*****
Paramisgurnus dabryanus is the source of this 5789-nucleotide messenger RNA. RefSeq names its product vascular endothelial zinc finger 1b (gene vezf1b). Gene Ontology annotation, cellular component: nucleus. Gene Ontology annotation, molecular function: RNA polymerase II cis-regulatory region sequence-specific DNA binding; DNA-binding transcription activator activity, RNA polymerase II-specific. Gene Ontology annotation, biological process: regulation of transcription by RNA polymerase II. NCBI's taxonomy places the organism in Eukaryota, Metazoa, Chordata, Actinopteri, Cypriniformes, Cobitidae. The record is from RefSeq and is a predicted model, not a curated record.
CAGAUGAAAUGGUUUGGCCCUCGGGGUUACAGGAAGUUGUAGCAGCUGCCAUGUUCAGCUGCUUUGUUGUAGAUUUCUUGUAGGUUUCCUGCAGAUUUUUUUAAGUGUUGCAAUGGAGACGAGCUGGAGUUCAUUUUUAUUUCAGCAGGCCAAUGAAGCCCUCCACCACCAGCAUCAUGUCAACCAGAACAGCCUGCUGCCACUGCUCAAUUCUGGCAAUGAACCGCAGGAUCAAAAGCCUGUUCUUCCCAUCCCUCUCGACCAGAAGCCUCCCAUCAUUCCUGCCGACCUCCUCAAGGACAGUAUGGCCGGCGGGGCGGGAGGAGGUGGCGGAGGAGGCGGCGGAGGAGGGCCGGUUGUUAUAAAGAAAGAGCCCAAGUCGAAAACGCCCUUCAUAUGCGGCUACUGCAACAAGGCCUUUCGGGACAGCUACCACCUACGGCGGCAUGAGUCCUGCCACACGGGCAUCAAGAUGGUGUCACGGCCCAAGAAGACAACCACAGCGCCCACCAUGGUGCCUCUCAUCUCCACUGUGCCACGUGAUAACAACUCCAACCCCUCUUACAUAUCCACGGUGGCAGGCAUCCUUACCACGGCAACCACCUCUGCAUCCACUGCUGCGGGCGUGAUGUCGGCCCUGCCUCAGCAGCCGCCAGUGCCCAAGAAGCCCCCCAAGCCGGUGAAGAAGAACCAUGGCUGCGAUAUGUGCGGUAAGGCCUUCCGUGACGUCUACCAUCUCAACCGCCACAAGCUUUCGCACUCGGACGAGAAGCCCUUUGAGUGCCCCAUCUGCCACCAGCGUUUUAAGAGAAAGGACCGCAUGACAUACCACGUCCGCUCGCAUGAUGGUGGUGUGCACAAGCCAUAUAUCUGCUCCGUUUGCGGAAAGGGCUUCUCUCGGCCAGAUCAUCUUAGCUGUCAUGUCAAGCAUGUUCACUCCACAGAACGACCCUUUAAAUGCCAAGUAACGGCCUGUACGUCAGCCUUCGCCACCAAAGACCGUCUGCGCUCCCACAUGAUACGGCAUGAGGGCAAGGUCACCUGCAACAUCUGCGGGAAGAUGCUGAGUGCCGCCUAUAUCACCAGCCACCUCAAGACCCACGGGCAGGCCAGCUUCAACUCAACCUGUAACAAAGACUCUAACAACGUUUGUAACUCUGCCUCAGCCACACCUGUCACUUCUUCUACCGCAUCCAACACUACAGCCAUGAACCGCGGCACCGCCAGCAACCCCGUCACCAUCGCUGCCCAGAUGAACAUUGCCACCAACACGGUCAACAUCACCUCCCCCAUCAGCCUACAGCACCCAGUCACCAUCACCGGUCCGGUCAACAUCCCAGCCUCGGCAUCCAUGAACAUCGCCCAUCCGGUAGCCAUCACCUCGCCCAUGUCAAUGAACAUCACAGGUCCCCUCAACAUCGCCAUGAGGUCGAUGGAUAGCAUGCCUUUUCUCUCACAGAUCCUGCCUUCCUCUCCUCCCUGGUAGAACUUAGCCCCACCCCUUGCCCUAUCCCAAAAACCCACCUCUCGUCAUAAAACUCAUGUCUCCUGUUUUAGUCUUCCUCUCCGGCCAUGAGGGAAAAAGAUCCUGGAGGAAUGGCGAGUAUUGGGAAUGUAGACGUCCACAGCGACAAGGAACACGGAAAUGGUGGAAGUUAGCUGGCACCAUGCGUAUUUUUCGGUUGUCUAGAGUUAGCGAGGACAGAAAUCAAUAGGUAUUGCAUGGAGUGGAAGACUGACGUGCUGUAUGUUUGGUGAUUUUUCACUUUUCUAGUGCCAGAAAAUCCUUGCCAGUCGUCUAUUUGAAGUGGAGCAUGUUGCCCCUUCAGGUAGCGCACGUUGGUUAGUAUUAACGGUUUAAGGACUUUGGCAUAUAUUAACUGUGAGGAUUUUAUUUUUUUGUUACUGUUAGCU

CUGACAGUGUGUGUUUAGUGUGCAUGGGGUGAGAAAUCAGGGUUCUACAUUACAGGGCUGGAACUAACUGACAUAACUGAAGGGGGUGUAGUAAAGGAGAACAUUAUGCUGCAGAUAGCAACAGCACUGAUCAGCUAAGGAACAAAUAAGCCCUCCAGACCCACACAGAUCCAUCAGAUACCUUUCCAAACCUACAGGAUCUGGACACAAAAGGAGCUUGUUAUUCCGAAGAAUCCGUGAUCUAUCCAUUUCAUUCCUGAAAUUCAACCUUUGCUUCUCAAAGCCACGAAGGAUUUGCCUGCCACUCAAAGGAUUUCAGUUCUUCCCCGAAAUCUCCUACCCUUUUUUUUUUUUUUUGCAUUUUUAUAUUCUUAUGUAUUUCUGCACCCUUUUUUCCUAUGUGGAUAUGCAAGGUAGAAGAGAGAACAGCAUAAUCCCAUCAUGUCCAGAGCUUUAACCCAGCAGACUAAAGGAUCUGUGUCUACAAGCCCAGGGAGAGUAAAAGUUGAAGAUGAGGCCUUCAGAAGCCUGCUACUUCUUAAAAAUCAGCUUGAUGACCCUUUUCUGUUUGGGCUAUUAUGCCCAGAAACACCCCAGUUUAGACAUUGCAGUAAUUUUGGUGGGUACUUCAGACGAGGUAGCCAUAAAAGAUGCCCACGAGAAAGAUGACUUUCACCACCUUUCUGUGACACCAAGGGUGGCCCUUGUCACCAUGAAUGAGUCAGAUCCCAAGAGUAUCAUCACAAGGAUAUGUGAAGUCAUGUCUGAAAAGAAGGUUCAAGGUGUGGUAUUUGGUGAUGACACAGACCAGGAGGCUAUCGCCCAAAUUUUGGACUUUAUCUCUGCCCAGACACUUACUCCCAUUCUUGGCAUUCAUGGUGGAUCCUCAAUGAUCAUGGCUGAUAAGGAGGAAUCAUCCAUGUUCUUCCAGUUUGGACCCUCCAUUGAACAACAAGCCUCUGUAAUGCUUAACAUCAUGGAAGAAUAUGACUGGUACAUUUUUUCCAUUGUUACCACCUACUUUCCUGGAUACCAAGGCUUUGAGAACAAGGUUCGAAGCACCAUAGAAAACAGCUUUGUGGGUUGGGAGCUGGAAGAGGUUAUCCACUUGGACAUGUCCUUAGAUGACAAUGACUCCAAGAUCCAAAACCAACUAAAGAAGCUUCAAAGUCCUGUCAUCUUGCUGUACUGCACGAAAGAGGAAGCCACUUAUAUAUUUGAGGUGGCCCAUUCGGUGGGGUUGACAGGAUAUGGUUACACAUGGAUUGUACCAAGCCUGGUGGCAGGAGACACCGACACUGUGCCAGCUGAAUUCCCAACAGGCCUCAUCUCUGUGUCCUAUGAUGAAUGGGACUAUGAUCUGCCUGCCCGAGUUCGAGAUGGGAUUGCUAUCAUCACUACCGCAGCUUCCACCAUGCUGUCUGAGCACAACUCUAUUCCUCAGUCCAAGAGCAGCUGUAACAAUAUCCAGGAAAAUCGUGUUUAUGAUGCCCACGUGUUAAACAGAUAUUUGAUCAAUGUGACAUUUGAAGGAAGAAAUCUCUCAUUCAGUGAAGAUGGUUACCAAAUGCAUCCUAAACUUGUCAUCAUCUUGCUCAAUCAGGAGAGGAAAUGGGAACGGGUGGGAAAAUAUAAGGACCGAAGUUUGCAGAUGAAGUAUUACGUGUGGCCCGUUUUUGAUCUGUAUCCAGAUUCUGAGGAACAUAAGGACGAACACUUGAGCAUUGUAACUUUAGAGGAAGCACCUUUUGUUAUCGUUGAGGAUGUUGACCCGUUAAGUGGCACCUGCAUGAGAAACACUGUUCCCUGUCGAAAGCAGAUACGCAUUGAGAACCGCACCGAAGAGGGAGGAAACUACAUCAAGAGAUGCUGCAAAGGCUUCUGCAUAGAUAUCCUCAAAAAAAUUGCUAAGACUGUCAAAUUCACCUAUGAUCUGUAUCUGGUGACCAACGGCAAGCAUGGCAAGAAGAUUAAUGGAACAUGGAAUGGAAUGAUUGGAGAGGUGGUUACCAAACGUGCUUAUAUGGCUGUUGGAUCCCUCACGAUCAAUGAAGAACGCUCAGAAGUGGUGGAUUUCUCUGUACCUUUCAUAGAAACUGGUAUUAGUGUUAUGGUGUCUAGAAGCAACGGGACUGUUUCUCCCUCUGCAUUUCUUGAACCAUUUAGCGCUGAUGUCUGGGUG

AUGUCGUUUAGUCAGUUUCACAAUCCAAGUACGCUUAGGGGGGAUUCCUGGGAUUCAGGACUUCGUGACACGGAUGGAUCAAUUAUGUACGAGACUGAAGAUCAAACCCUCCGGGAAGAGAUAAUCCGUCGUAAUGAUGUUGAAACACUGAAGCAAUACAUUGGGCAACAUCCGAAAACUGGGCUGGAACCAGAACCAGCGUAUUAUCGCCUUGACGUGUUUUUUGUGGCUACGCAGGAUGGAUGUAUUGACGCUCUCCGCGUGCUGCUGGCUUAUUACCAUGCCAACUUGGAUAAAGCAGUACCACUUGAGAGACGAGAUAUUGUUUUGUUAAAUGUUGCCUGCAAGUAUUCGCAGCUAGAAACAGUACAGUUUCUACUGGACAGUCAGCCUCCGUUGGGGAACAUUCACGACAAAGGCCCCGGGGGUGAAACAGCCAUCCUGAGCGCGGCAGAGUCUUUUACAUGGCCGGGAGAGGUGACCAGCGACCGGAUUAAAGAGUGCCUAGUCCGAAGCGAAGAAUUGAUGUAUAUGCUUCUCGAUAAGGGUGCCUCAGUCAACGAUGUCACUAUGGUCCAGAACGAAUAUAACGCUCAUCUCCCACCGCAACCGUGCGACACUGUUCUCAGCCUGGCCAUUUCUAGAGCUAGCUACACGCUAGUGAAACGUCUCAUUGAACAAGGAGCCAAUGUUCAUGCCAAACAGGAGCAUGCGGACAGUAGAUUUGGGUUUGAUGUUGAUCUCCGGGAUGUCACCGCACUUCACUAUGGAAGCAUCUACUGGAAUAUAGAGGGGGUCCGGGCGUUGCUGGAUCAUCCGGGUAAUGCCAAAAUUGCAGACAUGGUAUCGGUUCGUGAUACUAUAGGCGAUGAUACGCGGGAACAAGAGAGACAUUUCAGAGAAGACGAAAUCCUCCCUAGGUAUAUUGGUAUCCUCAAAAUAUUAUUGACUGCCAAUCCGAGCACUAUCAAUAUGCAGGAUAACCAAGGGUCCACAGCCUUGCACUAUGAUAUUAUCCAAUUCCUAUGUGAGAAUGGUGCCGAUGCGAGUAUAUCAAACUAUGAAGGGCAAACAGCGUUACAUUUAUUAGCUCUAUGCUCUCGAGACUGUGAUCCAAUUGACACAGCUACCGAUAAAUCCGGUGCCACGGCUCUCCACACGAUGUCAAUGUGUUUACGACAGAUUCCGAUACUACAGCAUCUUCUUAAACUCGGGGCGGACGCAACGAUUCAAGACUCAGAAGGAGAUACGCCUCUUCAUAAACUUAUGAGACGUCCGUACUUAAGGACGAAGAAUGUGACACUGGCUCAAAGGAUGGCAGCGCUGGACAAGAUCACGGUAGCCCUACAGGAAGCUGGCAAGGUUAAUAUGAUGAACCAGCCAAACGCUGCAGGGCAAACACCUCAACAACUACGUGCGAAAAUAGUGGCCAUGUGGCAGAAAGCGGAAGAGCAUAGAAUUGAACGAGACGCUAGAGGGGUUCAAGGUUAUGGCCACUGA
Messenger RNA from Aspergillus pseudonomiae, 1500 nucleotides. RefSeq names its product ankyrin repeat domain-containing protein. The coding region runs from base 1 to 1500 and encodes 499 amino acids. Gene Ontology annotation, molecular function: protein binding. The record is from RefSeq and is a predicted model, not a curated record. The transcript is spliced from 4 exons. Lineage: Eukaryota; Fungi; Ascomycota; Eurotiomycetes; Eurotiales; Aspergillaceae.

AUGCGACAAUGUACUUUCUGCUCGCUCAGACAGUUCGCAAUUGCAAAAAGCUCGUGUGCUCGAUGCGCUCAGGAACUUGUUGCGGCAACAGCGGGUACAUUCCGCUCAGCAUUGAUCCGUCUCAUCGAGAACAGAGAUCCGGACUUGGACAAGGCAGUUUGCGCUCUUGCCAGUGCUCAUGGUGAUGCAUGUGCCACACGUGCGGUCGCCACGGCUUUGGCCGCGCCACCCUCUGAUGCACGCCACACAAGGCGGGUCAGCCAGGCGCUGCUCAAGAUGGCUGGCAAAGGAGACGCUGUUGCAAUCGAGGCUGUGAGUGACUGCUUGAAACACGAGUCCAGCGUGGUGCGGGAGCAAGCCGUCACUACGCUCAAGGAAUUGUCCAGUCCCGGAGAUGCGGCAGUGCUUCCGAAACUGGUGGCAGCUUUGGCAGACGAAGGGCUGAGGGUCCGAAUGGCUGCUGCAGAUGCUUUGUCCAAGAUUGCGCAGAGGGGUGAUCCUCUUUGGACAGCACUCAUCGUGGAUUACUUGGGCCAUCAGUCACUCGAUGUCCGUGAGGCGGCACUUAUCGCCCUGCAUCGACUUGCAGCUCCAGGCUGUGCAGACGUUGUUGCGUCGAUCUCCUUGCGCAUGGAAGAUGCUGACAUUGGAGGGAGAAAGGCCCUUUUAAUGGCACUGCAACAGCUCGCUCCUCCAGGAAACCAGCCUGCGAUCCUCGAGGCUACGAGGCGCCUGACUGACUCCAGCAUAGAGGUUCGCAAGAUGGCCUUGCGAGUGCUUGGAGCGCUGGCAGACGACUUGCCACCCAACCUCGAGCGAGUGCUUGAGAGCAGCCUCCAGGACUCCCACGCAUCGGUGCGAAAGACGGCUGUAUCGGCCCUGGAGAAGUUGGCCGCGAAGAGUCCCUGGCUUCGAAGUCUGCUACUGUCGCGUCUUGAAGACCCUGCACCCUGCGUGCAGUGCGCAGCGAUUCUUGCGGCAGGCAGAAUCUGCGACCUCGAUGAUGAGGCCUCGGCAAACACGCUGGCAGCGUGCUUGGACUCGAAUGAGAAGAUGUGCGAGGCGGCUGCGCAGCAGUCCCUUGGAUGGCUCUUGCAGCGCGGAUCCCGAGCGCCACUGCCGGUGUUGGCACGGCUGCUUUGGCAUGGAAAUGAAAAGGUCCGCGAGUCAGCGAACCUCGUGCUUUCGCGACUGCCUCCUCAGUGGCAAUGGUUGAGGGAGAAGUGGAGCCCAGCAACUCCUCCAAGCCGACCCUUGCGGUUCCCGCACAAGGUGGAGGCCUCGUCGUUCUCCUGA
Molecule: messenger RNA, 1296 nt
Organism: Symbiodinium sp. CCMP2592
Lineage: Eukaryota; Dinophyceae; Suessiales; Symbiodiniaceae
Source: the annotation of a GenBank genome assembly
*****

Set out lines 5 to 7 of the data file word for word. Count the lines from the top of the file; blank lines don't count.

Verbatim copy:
Messenger RNA from Aspergillus pseudonomiae, 1500 nucleotides. RefSeq names its product ankyrin repeat domain-containing protein. The coding region runs from base 1 to 1500 and encodes 499 amino acids. Gene Ontology annotation, molecular function: protein binding. The record is from RefSeq and is a predicted model, not a curated record. The transcript is spliced from 4 exons. Lineage: Eukaryota; Fungi; Ascomycota; Eurotiomycetes; Eurotiales; Aspergillaceae.

AUGCGACAAUGUACUUUCUGCUCGCUCAGACAGUUCGCAAUUGCAAAAAGCUCGUGUGCUCGAUGCGCUCAGGAACUUGUUGCGGCAACAGCGGGUACAUUCCGCUCAGCAUUGAUCCGUCUCAUCGAGAACAGAGAUCCGGACUUGGACAAGGCAGUUUGCGCUCUUGCCAGUGCUCAUGGUGAUGCAUGUGCCACACGUGCGGUCGCCACGGCUUUGGCCGCGCCACCCUCUGAUGCACGCCACACAAGGCGGGUCAGCCAGGCGCUGCUCAAGAUGGCUGGCAAAGGAGACGCUGUUGCAAUCGAGGCUGUGAGUGACUGCUUGAAACACGAGUCCAGCGUGGUGCGGGAGCAAGCCGUCACUACGCUCAAGGAAUUGUCCAGUCCCGGAGAUGCGGCAGUGCUUCCGAAACUGGUGGCAGCUUUGGCAGACGAAGGGCUGAGGGUCCGAAUGGCUGCUGCAGAUGCUUUGUCCAAGAUUGCGCAGAGGGGUGAUCCUCUUUGGACAGCACUCAUCGUGGAUUACUUGGGCCAUCAGUCACUCGAUGUCCGUGAGGCGGCACUUAUCGCCCUGCAUCGACUUGCAGCUCCAGGCUGUGCAGACGUUGUUGCGUCGAUCUCCUUGCGCAUGGAAGAUGCUGACAUUGGAGGGAGAAAGGCCCUUUUAAUGGCACUGCAACAGCUCGCUCCUCCAGGAAACCAGCCUGCGAUCCUCGAGGCUACGAGGCGCCUGACUGACUCCAGCAUAGAGGUUCGCAAGAUGGCCUUGCGAGUGCUUGGAGCGCUGGCAGACGACUUGCCACCCAACCUCGAGCGAGUGCUUGAGAGCAGCCUCCAGGACUCCCACGCAUCGGUGCGAAAGACGGCUGUAUCGGCCCUGGAGAAGUUGGCCGCGAAGAGUCCCUGGCUUCGAAGUCUGCUACUGUCGCGUCUUGAAGACCCUGCACCCUGCGUGCAGUGCGCAGCGAUUCUUGCGGCAGGCAGAAUCUGCGACCUCGAUGAUGAGGCCUCGGCAAACACGCUGGCAGCGUGCUUGGACUCGAAUGAGAAGAUGUGCGAGGCGGCUGCGCAGCAGUCCCUUGGAUGGCUCUUGCAGCGCGGAUCCCGAGCGCCACUGCCGGUGUUGGCACGGCUGCUUUGGCAUGGAAAUGAAAAGGUCCGCGAGUCAGCGAACCUCGUGCUUUCGCGACUGCCUCCUCAGUGGCAAUGGUUGAGGGAGAAGUGGAGCCCAGCAACUCCUCCAAGCCGACCCUUGCGGUUCCCGCACAAGGUGGAGGCCUCGUCGUUCUCCUGA
Molecule: messenger RNA, 1296 nt